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I am generating reports using HTML and I am using CSS to control the page breaking using page-break-after, etc. I have given the user the option to print multiple reports at once, which I create as sections of a single dynamically generated HTML document. Making it a single document allows it to be a single print job to avoid print spooling issues.

My problem is this: I would like to number the pages of a section of the larger dynamic HTML in the format "page x of n". However, if I let the printer do it, it sees the document (rightly) as a single document and numbers the whole document.

Is there any way I could determine when the CSS page breaks are going to occur, so I could count them for a section before printing, and put my own numbering (HTML element for example) in for the sections in the long single document?

It seems like there should be a way for me to do this, but over the past few days the solution eludes me, so I thought I would ping Stackoverflow.

UPDATE: What I ended up doing:

I have accepted Christopher's answer because although I didn't use it exactly, it pointed me in the right direction.

I ended up doing calculations on the content using jQuery, based on the paper size being printed to, margins, font size, etc. and then adding elements for page breaks that have CSS for page breaking. I track how many of the page break divs are added, and then update the html "page x of n" information in each page break div once all the content is processed. That allowed me to avoid having to know how many pages there would be at the beginning (thanks jQuery .each).

Obviously there are some issues with this solution:

  1. The "page x of n" elements don't appear as true footers, but rather at the bottom of the content on each page. In my situation that is an acceptable compromise.

  2. Splitting content elements that were in themselves larger than a page, especially considering most of the content is generated by php, got a little complicated. I made it work, but again, it requires assumptions that could break with printing variations.

  3. The calculations depend on assumptions about the printed paper size, margins, font size, etc. In my situation running on an intranet, that is again an acceptable compromise because I can control those options. Additional code can be added to handle some amount of variation in future (paper size for example).

This solution, although not perfect and a little "brittle", solves my problem, allows me to print multiple reports at once avoiding printer spooling timeouts, keeps track of and restarts page numbering, and avoids generating PDFs as an intermediate step for printing.

I found this a oddly hard nut to crack, so I would still appreciate opinions and input on the solution.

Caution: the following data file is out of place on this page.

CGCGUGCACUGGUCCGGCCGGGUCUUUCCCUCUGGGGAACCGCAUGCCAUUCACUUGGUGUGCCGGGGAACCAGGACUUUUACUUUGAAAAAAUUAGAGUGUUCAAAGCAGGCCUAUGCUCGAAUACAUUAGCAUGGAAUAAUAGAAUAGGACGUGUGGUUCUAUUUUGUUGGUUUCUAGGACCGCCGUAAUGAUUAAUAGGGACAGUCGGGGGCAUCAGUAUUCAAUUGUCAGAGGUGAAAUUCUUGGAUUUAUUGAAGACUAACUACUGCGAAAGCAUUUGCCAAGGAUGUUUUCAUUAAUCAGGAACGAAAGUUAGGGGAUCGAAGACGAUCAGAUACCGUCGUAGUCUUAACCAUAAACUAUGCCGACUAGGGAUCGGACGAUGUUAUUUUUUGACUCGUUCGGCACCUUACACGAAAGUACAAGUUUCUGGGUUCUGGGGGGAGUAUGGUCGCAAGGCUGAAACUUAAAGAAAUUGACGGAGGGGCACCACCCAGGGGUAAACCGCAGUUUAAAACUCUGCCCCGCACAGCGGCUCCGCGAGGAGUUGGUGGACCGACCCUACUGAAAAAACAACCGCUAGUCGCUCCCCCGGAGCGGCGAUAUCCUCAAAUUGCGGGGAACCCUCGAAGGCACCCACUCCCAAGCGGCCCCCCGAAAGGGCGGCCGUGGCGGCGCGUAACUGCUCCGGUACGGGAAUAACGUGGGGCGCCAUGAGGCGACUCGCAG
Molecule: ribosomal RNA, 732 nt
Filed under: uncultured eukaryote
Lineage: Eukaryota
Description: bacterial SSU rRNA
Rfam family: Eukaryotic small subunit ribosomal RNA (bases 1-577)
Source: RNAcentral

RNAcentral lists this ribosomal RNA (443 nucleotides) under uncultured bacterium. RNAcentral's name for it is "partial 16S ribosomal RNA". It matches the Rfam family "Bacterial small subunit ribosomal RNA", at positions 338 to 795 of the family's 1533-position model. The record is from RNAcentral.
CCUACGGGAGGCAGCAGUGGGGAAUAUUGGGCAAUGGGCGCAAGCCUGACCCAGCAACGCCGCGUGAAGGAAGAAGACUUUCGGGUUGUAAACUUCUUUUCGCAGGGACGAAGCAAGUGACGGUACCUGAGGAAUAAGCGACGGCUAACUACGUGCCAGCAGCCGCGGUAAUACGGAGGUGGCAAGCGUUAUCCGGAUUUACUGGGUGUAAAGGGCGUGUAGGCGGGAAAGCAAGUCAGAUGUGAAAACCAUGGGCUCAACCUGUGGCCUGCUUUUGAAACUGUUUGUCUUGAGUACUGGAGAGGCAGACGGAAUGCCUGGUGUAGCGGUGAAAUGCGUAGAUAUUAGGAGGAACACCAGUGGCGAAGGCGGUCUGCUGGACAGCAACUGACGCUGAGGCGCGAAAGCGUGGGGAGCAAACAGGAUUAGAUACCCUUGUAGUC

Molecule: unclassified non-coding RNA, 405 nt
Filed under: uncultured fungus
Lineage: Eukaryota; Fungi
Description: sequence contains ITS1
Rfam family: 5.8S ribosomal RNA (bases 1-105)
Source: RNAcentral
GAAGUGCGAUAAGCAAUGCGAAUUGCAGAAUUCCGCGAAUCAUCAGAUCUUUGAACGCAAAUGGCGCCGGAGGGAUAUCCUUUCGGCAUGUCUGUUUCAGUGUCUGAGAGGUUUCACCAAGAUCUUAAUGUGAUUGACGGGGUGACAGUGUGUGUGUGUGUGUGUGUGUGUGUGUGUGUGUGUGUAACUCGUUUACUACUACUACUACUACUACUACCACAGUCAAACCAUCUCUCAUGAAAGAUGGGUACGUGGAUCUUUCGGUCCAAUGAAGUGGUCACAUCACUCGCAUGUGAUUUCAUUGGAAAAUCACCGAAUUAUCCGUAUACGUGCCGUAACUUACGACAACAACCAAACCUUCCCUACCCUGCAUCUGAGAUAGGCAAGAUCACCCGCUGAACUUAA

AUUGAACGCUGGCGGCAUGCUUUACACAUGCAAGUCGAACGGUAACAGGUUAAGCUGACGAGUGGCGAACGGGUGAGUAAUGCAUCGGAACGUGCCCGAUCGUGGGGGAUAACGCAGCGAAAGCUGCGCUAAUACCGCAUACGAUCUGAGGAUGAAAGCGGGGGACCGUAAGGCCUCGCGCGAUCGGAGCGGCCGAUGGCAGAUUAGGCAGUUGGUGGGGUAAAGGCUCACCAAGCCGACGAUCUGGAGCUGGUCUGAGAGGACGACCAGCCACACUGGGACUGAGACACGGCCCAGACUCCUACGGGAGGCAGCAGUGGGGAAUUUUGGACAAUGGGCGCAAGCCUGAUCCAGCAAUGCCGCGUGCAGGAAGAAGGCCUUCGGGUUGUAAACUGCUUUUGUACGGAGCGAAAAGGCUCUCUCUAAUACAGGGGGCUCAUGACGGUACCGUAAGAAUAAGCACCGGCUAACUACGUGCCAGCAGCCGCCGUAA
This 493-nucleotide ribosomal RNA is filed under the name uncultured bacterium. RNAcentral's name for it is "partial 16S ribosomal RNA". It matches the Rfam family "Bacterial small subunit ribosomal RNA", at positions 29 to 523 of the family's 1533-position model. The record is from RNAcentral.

UPDATE 2: Final solution... avoid the headaches yourself:

Although I went perhaps farther than I should have with this approach, with some small successes, in the end the solution really wasn't one because it just ended up being far too "brittle" to changes. Any change in report format, new content added to existing reports, paper size etc. broke the calculations and just ended up in a ridiculous amount of extra work!

So, the end solution? "Resistance is futile!" Just do the reports as PDFs. You may commence the "we told you so" chorus if you wish, I can take it ;-)

I went with the TCPDF library, which has been excellent, if a little tough going to get started. The examples are very helpful. Now I have complete customization over the report, and everything get generated as it should. Mulitple reports are easily created as a single PDF (preventing the print spooling issue) with page groups that allows for the numbering to work exactly as I need.

So, if you are trying to do something like this, I would recommend you cut to the chase, skip the frustration with HTML/CSS type reports, and do PDFs.

share|improve this question
up vote 2 down vote accepted

Ive been able to implement page breaks whilst creating PDFs for print, using wkhtmltopdf. though im not sure if my solution is compatible with non webkit browsers but im sure you can get a vendor prefix for all the broswers if needs be.

Heres what i did, using page-break-inside: avoid; & page-break-after: always;

Then using jquery I worked out the heights of my sections and calculated (if the page size is going to be a4) how many times a break occured, and numbered the pages dynamically using jquery and pdf footers (before creating the pdf) so when the user downloaded the pdf it was numbered correctly.

What I reccomend is setting the page up (as the print stylesheet) so that page numbers are visible at these heights in the page, using absolute positionsing perhaps.

but I dont think this is failsafe.

Give them a PDF to print, then you have more control and dont have to worry about the web-print stylesheet, provided the PDF download link is prominently dispalyed.

share|improve this answer